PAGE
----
If the Montana Legislature doesn’t expressly grant authority for a private power-line company like Montana Alberta-Tie Limited to condemn land along the line’s route, then MATL is without such power, an attorney for a Cut Bank-area landowner told the Montana Supreme Court last week.
Hertha Lund, a Bozeman lawyer representing the Salois family against MATL’s lawsuit to condemn a piece of the Salois’ property along the power-line route in northern Montana, said the Legislature has had “ample opportunity” to grant corporations like MATL the power of eminent domain.
Eminent domain is a state-authorized power to condemn private property for “public use,” such as a power line, pipeline or highway.
However, the Legislature hasn’t specifically granted private power-line companies that authority – and therefore, the authority does not exist, she argued in documents filed with the high court April 7.
“Such a delegation (of power) must be express or necessarily implied – not cobbled together,” she wrote. “Here, where MATL is unable to find an express delegation of power … the court must conclude that this extraordinary power has not been delegated.”
“The fundamental right to be protected here is the landowner’s right to possess private property – not the corporation’s right to take it,” she added.
The Salois-MATL case led to introduction at the 2011 Legislature of House Bill 198, which grants eminent domain power to power-line firms like MATL.
Yet with eight working days left at the Legislature, it appears the bill is dead, leaving the Supreme Court to settle the issue.
MATL is building a 215-mile power line from Great Falls to Lethbridge, Alberta, that would help transport power from proposed wind farms in northern Montana.
Construction on the route south of Cut Bank has been delayed by a December state District Court ruling that said MATL doesn’t have the power of eminent domain under Montana law.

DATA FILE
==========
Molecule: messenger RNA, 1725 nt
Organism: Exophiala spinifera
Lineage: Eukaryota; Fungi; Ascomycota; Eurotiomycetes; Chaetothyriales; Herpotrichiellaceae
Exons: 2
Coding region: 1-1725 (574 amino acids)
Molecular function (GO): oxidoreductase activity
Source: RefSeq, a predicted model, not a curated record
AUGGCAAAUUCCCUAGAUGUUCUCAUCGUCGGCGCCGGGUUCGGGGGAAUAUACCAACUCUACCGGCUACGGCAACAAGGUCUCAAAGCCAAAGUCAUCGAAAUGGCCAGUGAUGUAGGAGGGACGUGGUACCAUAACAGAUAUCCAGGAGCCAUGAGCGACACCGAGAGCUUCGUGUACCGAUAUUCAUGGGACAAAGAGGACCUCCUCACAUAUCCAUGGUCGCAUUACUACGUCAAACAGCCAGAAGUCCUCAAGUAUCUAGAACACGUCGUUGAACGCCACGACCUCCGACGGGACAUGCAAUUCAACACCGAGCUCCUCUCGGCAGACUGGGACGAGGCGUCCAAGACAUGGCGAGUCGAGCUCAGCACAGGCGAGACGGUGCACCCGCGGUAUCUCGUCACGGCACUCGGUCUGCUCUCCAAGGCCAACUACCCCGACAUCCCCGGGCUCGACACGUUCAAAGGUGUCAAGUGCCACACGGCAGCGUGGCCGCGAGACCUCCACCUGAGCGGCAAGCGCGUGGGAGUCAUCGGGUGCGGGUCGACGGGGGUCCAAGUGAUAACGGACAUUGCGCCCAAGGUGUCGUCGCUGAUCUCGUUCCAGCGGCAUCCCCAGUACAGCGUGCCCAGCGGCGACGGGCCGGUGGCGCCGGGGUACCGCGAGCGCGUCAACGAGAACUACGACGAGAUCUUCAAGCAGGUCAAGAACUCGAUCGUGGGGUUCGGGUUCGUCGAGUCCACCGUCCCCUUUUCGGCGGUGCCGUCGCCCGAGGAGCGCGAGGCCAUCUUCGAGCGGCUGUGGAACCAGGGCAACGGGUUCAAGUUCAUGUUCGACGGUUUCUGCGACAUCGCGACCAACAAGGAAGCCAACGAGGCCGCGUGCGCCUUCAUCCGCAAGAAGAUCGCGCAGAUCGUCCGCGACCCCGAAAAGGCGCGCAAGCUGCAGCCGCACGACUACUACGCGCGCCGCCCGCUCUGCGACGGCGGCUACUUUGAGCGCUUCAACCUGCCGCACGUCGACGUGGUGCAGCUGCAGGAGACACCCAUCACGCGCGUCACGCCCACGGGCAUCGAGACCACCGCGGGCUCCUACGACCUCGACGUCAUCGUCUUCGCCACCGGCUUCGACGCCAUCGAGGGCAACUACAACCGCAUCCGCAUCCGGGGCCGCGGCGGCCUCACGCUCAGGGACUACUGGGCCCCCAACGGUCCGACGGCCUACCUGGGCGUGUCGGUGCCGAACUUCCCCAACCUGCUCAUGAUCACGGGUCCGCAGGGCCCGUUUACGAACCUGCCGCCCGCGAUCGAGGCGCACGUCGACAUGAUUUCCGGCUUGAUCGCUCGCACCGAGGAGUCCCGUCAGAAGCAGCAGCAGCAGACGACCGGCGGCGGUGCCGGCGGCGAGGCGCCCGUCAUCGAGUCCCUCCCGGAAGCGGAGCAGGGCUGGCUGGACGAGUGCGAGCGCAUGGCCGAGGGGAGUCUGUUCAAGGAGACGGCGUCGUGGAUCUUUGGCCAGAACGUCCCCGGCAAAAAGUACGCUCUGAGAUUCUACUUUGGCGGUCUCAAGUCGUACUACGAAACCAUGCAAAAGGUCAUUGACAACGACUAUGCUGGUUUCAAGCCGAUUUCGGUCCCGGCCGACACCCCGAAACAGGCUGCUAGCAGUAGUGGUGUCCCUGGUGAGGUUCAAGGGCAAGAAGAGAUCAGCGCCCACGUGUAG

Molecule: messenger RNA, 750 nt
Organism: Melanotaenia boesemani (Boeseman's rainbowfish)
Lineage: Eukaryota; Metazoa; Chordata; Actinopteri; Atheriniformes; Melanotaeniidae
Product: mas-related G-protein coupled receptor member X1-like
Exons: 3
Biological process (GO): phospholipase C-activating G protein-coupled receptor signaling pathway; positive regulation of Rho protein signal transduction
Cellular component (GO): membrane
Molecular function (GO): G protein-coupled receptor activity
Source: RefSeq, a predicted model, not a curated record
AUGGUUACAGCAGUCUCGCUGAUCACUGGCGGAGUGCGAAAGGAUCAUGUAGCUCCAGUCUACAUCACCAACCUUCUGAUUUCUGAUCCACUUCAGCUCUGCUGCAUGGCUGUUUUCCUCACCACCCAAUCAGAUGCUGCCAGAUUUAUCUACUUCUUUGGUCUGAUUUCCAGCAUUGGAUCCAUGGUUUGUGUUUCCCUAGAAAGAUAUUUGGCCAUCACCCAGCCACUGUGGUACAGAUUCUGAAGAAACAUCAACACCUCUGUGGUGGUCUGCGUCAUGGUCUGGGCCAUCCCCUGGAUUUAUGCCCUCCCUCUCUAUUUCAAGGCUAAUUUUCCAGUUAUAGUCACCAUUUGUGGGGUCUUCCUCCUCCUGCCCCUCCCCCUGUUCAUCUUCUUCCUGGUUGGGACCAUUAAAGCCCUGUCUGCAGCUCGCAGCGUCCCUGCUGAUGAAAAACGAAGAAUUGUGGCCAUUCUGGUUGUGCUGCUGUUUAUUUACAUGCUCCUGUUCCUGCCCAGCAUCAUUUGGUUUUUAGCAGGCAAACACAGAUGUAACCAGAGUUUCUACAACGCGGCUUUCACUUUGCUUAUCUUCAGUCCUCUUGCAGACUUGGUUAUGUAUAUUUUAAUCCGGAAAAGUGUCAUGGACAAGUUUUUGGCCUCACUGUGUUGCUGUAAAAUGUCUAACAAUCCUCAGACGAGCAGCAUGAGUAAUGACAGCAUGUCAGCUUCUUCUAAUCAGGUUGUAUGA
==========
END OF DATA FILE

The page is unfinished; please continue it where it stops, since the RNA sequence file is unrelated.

MATL appealed that ruling to the Montana Supreme Court.
Lund, who also represents a group of landowners north of Great Falls negotiating with MATL over terms for crossing their property, said current law has a long list of entities that can use eminent domain to condemn property, and that privately owned non-utility lines aren’t one of them.
She also said just because MATL is claiming that its line is a “public use” doesn’t mean it has eminent domain powers.
“The court has never found that a corporation had the power to condemn private land by simply looking at the list of enumerated public uses,” she wrote.
MATL filed its arguments with the Supreme Court March 7, saying the District Court in Cut Bank erred by ruling that power-line companies like MATL need a specific delegation of eminent domain authority in law, and that it doesn’t exist.
Attorney Jim Goetz of Bozeman argued that utilities and other builders of electric transmission lines have always had eminent domain authority, if it can be shown that they’re condemning property for a legally defined “public use.”
The MATL line is clearly a public use under Montana law, he wrote.
“The transmission line at issue in this case obviously confers a public advantage or benefit,” Goetz said. “It will provide Montanans with access to electricity from a clean, renewable source.”
“MATL seeks to use the power of eminent domain for an express public use, as articulated in (law),” he said. “This should be the end of the matter.”
NorthWestern Energy, the state’s largest electric utility, also filed a friend of the court brief on behalf of MATL, arguing that power lines are a public use, to which eminent domain is applicable.
The District Court ruling puts utilities’ eminent domain powers in doubt, NorthWestern said. Without such power, landowners can block an entire project that benefits consumers and customers, wrote the company’s lawyers, John Tabaracci and Robert Erickson.
“If the District Court’s decision is affirmed, public utilities would be left without the ability to exercise eminent domain, jeopardizing the utilities’ ability to provide essential services, and increasing costs to Montana consumers,” they wrote.
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